Of course, there are stories that demand a harder, more confrontational approach. It was no surprise that NFL Live did the better job of handling the story of Boston Herald reporter Lisa Olson's harassment in the New England Patriots' locker room. Patriots owner Victor Kiam was interviewed on both pregame shows and came armed with a predictably self-serving speech, which Gumbel and reporter Lesley Visser allowed him far too much latitude in delivering. Costas not only kept the Patriots' rambling owner to the subject but also raised obvious questions of his sincerity and motive. Gumbel fell short in his closing remarks, as well, characterizing the incident as a case of "immaturity in the locker room."
On the whole, though, Shaker's soft-news strategy appears to be working in the ratings department. Midway through the season, The NFL Today had recouped some of the viewer margin it had lost, earning a 5.1 rating compared with NFL Live's 3.8, a 34% differential. Not that the show can't improve: Shaker hopes that Gumbel, as he grows accustomed to his role, will allow more of his personality and sense of humor to come through.
Gumbel, 44, is very much a product of the '60s. He shares his generation's suspicion of power without accountability. "I've had a problem, down through the years, with authority figures," admits Gumbel, who demonstrated against the Vietnam War at the 1968 Democratic Convention, in Chicago. "People ask me if I'd like to do what Bryant does. I don't know. The idea of interviewing politicians, a great majority of whom I despise, doesn't thrill me." Last summer, as a guest on The Midnight Hour, Gumbel was asked what he thought of Pete Rose's sentence. "You've got to understand," he answered, "that I've got a thing about anybody who has to do more time than Nixon did." The audience applauded.
What makes Gumbel refreshing is that he includes himself in his campaign against pomposity and bombast. He means it when he says, "There are a lot of people who could do this job very well but who just don't get the chance. Being able to do it doesn't do you a damn bit of good, unless you can show people that you can do it." If Gumbel sounds relieved to have gotten the chance, keep in mind that in 1973, when Bryant called his older brother to tell him that WMAQ was auditioning for a sports announcer, Greg was peddling bandages and bedpans for American Hospital Supply in Detroit.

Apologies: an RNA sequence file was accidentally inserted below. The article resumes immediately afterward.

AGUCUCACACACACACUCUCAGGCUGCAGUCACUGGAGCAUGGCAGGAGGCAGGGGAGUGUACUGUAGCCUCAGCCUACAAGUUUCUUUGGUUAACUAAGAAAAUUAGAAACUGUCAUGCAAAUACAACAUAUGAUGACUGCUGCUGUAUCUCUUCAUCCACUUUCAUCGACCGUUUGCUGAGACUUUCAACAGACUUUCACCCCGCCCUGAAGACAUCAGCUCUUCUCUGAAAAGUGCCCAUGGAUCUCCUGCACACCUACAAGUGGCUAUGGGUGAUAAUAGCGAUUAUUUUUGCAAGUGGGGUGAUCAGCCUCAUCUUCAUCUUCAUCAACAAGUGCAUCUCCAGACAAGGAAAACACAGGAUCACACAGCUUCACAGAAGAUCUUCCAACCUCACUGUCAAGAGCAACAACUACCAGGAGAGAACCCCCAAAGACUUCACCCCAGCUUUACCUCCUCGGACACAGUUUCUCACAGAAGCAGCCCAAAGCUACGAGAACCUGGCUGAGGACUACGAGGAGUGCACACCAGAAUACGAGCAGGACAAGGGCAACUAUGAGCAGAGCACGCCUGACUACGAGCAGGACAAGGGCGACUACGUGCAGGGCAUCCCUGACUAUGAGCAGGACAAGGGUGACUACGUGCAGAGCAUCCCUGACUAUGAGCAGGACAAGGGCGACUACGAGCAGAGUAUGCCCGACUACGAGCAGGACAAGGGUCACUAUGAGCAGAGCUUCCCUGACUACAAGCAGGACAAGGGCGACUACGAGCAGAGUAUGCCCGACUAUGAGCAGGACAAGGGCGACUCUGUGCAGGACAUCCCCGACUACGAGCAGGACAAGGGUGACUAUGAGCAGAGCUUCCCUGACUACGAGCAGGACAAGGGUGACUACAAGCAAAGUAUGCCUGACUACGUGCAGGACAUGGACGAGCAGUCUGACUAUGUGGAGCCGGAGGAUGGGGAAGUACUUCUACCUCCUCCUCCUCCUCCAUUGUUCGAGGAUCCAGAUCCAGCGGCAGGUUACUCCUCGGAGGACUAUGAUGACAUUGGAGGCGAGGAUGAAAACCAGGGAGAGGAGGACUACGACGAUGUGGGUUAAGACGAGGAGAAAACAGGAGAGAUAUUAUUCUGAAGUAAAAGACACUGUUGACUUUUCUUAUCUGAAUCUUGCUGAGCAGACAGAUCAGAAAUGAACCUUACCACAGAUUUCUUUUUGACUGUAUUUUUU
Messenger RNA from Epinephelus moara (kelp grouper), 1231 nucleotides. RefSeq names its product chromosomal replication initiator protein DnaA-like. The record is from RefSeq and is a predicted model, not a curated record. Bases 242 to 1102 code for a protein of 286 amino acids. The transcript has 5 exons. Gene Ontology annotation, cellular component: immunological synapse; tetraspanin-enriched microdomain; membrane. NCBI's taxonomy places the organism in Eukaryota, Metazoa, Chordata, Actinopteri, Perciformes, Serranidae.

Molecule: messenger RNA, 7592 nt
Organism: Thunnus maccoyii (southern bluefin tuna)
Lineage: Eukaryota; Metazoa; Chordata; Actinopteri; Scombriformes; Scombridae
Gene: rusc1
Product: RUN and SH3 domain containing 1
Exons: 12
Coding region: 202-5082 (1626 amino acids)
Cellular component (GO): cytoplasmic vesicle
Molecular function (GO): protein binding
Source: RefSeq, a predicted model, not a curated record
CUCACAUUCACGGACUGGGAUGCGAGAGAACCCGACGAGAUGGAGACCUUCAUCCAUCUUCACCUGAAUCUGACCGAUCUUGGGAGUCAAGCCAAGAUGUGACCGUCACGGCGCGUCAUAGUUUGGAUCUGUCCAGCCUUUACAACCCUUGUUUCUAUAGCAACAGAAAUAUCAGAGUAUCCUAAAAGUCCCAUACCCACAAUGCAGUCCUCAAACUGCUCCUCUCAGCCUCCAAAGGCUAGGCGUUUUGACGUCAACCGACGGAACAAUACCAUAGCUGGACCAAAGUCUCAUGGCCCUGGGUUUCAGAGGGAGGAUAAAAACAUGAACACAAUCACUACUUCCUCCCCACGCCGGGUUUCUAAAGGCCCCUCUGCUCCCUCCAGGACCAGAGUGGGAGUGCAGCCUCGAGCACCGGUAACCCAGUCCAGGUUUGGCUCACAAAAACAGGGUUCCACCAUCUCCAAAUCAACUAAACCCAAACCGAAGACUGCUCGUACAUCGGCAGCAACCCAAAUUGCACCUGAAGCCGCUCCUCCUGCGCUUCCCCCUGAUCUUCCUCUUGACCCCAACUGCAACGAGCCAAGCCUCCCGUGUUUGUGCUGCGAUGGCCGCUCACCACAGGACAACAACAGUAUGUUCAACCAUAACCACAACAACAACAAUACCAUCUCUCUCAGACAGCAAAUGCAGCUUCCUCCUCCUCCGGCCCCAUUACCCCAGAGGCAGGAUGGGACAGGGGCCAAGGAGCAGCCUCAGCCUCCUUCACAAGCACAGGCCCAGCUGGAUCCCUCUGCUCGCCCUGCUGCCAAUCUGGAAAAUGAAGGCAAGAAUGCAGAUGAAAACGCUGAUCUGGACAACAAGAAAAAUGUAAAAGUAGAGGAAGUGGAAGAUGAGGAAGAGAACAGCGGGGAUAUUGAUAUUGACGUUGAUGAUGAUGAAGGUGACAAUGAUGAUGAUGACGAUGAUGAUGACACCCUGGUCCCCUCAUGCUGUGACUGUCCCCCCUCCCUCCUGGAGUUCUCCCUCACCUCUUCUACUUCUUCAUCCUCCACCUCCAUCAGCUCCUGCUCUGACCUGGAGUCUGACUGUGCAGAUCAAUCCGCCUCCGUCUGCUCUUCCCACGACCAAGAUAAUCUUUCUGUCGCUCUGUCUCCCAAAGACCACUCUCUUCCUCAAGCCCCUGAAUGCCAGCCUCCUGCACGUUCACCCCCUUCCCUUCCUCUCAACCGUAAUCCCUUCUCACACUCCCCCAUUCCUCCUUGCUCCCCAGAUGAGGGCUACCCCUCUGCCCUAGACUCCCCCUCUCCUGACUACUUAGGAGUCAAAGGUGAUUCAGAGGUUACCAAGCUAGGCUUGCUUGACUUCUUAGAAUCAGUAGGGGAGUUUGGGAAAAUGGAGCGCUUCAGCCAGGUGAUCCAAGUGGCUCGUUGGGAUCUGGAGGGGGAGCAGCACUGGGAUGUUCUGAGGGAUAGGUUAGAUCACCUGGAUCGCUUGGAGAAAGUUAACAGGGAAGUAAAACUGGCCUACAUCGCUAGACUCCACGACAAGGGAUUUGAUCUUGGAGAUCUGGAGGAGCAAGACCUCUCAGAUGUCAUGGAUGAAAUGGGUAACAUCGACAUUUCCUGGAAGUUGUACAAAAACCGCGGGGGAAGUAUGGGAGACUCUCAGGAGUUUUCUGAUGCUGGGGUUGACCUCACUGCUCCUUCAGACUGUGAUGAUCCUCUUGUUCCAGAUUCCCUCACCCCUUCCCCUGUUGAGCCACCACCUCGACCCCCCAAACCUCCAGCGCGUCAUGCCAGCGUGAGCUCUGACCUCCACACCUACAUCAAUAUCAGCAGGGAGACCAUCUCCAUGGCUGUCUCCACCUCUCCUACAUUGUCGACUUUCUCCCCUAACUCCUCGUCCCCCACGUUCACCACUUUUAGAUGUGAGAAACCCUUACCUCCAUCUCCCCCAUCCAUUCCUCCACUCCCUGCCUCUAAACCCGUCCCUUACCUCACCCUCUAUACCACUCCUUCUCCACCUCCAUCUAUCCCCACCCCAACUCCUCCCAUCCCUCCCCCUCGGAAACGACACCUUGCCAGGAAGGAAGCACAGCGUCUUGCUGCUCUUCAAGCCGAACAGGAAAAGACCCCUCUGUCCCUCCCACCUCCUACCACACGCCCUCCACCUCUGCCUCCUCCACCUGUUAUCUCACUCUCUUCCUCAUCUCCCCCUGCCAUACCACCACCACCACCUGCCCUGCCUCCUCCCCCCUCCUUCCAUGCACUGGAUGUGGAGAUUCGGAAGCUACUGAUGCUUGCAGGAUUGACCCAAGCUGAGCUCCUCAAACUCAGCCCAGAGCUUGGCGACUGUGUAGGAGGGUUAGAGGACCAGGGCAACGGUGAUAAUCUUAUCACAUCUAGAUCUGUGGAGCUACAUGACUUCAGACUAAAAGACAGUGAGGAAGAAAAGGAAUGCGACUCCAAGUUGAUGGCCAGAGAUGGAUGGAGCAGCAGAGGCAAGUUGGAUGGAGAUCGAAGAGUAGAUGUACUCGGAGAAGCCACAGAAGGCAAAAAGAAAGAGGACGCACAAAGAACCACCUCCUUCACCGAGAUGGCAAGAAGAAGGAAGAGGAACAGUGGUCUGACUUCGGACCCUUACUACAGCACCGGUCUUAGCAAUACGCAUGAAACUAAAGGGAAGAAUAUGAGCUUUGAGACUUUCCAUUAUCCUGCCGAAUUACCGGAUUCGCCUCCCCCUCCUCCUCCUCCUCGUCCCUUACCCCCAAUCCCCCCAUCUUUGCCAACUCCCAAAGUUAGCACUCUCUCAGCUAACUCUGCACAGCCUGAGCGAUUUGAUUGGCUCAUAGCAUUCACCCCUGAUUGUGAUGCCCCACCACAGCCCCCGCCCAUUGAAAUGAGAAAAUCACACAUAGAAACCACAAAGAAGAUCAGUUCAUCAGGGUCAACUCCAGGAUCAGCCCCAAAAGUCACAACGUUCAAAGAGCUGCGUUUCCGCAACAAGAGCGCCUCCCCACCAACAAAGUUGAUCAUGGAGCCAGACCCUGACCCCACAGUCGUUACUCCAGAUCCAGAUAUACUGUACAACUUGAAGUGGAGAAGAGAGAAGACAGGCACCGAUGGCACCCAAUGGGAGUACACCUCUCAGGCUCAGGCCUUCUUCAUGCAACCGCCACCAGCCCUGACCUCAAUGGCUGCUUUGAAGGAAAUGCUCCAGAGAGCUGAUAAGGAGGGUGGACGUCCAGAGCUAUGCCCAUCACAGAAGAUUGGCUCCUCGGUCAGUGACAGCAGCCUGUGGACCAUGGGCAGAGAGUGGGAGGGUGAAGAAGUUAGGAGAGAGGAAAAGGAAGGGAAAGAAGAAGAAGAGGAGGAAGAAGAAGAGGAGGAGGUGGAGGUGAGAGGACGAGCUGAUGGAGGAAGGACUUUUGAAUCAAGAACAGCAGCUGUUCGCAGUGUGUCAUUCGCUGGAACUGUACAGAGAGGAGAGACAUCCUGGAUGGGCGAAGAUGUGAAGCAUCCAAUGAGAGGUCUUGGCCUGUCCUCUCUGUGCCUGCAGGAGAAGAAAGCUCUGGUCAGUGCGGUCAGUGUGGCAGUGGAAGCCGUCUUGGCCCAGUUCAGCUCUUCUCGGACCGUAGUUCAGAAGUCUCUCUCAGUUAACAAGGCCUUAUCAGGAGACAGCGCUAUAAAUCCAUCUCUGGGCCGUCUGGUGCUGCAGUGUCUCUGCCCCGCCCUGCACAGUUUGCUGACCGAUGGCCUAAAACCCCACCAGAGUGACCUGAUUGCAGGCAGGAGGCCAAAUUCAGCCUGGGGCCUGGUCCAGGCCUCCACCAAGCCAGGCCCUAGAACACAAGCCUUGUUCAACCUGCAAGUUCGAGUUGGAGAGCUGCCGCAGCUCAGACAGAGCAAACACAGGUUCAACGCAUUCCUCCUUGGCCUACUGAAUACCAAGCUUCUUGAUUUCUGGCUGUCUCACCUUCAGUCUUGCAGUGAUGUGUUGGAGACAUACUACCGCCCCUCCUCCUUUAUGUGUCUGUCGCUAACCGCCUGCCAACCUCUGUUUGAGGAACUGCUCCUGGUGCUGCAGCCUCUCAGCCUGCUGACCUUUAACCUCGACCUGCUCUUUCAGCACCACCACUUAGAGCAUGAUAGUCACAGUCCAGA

About the only good thing to come out of Gumbel's stint in Detroit was that it was there that he met his wife, Marcy, and her daughter, Michelle, whom he has adopted. "Neither of them are sports fans," says Greg, noting that Marcy once asked him, "Which one is Stanley Cup?"
Football is not Gumbel's first love. That's baseball. At Loras College, in Dubuque, Iowa, where he majored in English, Gumbel played rightfield for the varsity, batting .378 and winning team MVP honors in his senior year. He talks happily about the joys of baseball in his youth. "Bryant hated the White Sox, and I hated the Cubs," he says, "but we loved baseball so much it didn't matter."
The Gumbels lived in Hyde Park, the racially mixed, middle-class neighborhood adjacent to the University of Chicago campus. Unlike Bryant, whose beloved Cubs played on the other side of town, Greg was able to breathe the same air as his White Sox heroes. Minnie Minoso frequented the neighborhood, driving around in his Cadillac. "A lot of the White Sox stayed in the Del Prado Hotel, which was on Lake Shore Drive in Hyde Park," Greg recalls. "My brother and I used to serve the nine o'clock family mass in our parish, and it was not unusual to see Al Lopez, Dick Donovan, Minnie Minoso or Bill Veeck in church."
Greg's hero was White Sox shortstop Luis Aparicio; Bryant's was Cub shortstop Ernie Banks. "The greatest moment for me," says Greg, "was sitting at home the night in 1959 when Gerry Staley came in for the White Sox and threw one pitch. Cleveland's Vic Power hit into a double play—Aparicio stepped on second and threw to first—and the White Sox won the pennant for the first time in, what...40 years? They set off the air raid sirens in Chicago, which disturbed a lot of people who didn't happen to be baseball fans."
These days the brothers are busy but they make time to chat on the phone fairly regularly. "What amazes me," says Greg, "is that people want to know whether or not I agree with the many things that are written about Bryant. I don't know what they expect me to say, other than the fact that he's my brother, and I care about him and love him and couldn't care less what other people think.
"Probably the biggest difference between Bryant and me is our admitted self-confidence," he says. "Bryant tends to admit it a lot more than I do. He is extremely self-confident and self-assured and doesn't fail to let that be known. I'm confident I can do whatever assignment I'm given, but I certainly admit to having occasional butterflies."